Gone are the days of celebrities helping us reconnect to the necessity for some kind of connection to our bodies (and minds). (Remember Cher‘s workout video?… OK, nevermind.)
Cartoonist Katy Davis (AKA Gobblynne) has created this whimsical (but incredibly wise) animal-filled animation that just might bring you back to the meditation practice you abandoned years ago (or last week). Read more
In the declaration below, Allen Ginsberg explains why it is vital to write.
I’ll simply add this: Similar to the how the ego is targeted as a pariah within the psyche’s field of awareness, the mind also is often devalued and maligned as a function that sidetracks us — prevents focused attention.
Ginsberg reminds us that the mind is a mirror. And when we remember this I think we’re aligned in the right way with our apparatus.
“Proclamation of the actual mind, manifesting your mind, writing the mind, which goes back to Kerouac but also goes back to Milarepa, goes back to his original instructions: Donâ€™t you trust your own mind? Why do you need a piece of paper?
So writing could be seen as â€œwriting your mindâ€, observing your own mind, or observe whatâ€™s vivid coming to mind. For the purpose of relieving your own paranoia, and othersâ€™, revealing yourself and communicating to others. It is a blessing for other people if you can communicate and relieve their sense of isolation, confusion, bewilderment, and suffering by offering your own mind as a sample of whatâ€™s palpable, visible, and whatever little youâ€™ve learned. Read more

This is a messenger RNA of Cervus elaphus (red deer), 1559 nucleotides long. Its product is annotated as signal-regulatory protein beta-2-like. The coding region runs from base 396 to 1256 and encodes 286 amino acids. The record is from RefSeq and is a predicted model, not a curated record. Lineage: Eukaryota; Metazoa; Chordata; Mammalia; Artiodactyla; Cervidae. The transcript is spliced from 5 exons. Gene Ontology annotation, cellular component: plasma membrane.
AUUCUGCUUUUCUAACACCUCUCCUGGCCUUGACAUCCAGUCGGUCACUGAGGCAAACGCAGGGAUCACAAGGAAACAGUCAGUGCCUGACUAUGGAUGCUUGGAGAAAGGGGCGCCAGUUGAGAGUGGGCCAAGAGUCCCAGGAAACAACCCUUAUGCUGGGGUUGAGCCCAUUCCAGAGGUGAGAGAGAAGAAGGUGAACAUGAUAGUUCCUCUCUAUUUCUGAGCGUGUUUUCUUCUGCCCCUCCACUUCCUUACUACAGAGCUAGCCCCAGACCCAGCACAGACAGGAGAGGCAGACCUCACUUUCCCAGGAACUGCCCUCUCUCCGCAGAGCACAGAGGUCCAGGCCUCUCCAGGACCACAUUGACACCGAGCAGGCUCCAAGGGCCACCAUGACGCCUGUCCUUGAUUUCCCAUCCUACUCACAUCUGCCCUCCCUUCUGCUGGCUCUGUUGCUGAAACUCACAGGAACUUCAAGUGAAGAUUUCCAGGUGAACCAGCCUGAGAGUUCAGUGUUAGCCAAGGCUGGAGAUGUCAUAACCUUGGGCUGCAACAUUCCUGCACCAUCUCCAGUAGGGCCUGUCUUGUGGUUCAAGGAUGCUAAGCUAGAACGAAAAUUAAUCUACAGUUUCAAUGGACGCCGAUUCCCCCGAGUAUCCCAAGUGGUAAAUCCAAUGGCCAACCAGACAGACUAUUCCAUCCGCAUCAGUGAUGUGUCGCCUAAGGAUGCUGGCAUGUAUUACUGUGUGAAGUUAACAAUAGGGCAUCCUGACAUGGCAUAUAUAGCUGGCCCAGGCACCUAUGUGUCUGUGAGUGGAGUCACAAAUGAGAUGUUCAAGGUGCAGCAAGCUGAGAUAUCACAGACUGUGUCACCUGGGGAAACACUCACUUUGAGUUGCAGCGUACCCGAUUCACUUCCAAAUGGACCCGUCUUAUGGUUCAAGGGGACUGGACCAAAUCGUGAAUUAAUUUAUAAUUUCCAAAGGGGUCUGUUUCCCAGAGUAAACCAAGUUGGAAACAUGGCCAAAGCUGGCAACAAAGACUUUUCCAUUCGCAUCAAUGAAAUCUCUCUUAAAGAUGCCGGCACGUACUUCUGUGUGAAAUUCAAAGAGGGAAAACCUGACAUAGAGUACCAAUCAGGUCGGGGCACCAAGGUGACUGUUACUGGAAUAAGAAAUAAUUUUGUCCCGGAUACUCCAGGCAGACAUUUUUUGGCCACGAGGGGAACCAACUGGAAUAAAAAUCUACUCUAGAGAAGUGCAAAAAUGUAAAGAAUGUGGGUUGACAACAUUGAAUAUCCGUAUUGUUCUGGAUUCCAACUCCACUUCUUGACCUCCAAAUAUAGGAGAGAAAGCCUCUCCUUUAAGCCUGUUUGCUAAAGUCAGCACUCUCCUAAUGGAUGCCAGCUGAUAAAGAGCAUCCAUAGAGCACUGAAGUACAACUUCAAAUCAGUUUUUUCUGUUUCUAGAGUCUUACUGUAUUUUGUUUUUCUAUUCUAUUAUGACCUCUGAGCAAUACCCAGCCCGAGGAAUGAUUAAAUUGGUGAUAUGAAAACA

Two birds of golden plumage sat on the same tree. The one above, serene, majestic, immersed in his own glory; the one below restless and eating the fruits of the tree, now sweet, now bitter.
Once he ate an exceptionally bitter fruit, then he paused and looked up at the majestic bird above; but he soon forgot about the other bird and went on eating the fruits of the tree as before.
Again he ate a bitter fruit and this time he hopped up a few boughs nearer to the bird at the top.
This happened many tines until at last the lower bird came to the place of the upper bird and lost himself. He found all at once that there had never been two birds, but that he was all the time that upper bird, serene, majestic and immersed in his own glory.
— Swami Vivekananda, Meditation and its Methods
Painting by Huang Shen (1687-1771)
“You think your mind is in your head, but where is it? No one knows. So our practice is to be with everything. When you include everything, that is the real self.”
Art work: Joseph Cornell, Cassiopeia (verso),1960